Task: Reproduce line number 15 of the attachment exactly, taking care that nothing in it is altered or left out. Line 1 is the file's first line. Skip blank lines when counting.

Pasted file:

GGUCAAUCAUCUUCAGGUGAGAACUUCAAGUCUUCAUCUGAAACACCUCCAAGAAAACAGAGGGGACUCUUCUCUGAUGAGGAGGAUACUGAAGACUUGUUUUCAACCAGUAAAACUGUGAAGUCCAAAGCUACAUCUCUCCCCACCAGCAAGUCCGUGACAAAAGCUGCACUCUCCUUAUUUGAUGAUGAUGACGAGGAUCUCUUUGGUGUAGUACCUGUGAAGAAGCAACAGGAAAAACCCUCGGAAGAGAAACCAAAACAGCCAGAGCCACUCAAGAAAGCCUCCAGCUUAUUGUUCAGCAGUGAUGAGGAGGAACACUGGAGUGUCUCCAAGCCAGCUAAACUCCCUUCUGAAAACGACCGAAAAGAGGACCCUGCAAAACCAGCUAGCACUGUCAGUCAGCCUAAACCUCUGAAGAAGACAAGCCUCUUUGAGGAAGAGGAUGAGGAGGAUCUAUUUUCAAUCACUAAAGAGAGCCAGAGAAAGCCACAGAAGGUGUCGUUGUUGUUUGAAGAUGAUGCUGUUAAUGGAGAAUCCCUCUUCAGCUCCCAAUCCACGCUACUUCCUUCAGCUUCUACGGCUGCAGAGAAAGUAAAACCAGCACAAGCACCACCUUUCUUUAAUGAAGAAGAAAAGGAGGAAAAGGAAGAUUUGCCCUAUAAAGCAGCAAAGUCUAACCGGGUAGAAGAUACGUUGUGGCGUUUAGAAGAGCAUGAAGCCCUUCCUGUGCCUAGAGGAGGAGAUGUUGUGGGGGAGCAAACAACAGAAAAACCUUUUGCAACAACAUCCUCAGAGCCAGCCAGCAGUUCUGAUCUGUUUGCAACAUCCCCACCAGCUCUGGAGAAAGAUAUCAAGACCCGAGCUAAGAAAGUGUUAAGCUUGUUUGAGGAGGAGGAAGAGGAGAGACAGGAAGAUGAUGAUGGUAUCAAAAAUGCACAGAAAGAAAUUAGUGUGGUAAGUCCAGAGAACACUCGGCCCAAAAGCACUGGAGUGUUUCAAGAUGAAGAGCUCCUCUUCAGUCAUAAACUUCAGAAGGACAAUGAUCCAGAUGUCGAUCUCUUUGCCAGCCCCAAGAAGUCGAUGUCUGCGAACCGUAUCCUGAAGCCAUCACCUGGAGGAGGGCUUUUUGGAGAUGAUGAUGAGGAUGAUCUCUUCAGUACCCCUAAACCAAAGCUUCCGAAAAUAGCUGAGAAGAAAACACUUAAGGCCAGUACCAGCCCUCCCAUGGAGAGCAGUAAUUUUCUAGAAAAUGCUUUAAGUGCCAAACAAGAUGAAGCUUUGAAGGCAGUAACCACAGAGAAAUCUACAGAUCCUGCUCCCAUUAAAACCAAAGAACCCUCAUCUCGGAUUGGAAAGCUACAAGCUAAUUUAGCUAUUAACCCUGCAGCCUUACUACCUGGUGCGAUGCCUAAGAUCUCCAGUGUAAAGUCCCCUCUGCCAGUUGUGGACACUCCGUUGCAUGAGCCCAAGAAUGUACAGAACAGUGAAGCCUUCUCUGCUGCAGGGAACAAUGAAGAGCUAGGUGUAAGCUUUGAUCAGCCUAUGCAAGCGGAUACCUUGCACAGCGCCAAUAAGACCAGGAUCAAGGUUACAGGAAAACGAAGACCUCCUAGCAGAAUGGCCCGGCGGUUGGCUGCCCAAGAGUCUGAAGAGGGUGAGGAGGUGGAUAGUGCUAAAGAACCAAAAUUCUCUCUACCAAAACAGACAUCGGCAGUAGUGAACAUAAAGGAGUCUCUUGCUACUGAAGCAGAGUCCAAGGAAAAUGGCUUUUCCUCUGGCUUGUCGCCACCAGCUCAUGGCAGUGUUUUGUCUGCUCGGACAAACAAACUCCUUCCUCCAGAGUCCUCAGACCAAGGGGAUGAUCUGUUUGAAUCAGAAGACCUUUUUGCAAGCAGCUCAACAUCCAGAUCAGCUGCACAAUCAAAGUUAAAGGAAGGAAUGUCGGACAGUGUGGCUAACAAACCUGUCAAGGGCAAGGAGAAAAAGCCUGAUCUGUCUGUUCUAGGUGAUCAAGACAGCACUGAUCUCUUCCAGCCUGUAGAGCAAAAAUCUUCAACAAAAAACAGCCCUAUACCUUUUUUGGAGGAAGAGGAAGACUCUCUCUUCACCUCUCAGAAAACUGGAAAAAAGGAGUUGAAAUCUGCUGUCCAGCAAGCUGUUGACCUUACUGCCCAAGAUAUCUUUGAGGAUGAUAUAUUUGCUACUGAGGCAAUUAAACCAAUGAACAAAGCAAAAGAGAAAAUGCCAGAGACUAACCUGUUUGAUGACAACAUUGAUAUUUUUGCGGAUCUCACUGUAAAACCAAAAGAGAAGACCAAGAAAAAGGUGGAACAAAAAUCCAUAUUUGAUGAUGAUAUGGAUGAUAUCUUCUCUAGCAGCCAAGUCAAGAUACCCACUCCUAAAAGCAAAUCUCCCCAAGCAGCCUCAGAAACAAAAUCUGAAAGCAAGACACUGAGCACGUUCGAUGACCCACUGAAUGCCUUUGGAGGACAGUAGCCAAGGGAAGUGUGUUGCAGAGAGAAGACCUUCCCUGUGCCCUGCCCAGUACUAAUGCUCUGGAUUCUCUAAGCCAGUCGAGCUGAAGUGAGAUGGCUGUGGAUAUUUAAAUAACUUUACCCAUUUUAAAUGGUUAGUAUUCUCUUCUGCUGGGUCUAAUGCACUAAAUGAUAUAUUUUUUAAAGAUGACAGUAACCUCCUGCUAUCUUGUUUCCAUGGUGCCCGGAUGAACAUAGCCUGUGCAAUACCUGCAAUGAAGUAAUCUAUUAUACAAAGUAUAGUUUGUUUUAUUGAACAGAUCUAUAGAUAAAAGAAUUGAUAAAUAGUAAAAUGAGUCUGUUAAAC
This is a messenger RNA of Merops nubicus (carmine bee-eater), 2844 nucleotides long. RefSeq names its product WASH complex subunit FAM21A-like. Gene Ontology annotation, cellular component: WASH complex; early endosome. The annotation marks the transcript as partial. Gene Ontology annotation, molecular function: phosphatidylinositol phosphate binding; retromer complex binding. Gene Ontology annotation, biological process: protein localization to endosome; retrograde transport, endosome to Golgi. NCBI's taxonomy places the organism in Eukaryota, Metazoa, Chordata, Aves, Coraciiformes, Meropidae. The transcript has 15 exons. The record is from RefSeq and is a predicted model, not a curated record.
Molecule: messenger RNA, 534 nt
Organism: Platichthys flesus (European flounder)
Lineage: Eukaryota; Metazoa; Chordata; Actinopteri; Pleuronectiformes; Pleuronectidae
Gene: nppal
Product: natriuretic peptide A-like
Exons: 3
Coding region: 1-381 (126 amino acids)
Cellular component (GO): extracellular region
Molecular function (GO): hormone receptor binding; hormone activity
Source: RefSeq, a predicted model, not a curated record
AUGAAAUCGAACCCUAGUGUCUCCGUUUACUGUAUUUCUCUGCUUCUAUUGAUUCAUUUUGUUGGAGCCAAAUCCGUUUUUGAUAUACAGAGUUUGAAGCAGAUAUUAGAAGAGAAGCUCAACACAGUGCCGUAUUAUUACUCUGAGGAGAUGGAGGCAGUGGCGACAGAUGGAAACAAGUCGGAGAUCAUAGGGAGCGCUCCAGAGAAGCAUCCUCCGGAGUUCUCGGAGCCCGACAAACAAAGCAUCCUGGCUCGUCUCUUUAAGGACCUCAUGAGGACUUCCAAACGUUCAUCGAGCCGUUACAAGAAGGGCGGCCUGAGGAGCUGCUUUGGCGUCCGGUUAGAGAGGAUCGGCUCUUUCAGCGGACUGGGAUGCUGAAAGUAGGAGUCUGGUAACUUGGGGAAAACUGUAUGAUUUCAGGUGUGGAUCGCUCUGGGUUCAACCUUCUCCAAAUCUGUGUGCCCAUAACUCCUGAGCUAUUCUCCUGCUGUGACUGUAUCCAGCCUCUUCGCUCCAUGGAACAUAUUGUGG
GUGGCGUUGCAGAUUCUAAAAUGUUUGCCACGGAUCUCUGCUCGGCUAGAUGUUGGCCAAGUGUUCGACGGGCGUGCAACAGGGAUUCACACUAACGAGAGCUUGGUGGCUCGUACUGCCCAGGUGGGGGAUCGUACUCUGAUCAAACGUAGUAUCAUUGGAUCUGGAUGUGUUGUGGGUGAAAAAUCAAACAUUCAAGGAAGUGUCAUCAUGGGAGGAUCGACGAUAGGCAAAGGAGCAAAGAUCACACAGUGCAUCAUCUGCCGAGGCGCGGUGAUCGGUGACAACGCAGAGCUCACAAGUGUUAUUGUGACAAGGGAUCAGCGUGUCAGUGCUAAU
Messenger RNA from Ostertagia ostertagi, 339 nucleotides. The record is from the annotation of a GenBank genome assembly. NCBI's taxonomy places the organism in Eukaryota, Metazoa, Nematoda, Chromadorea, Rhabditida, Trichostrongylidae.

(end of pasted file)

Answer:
Messenger RNA from Ostertagia ostertagi, 339 nucleotides. The record is from the annotation of a GenBank genome assembly. NCBI's taxonomy places the organism in Eukaryota, Metazoa, Nematoda, Chromadorea, Rhabditida, Trichostrongylidae.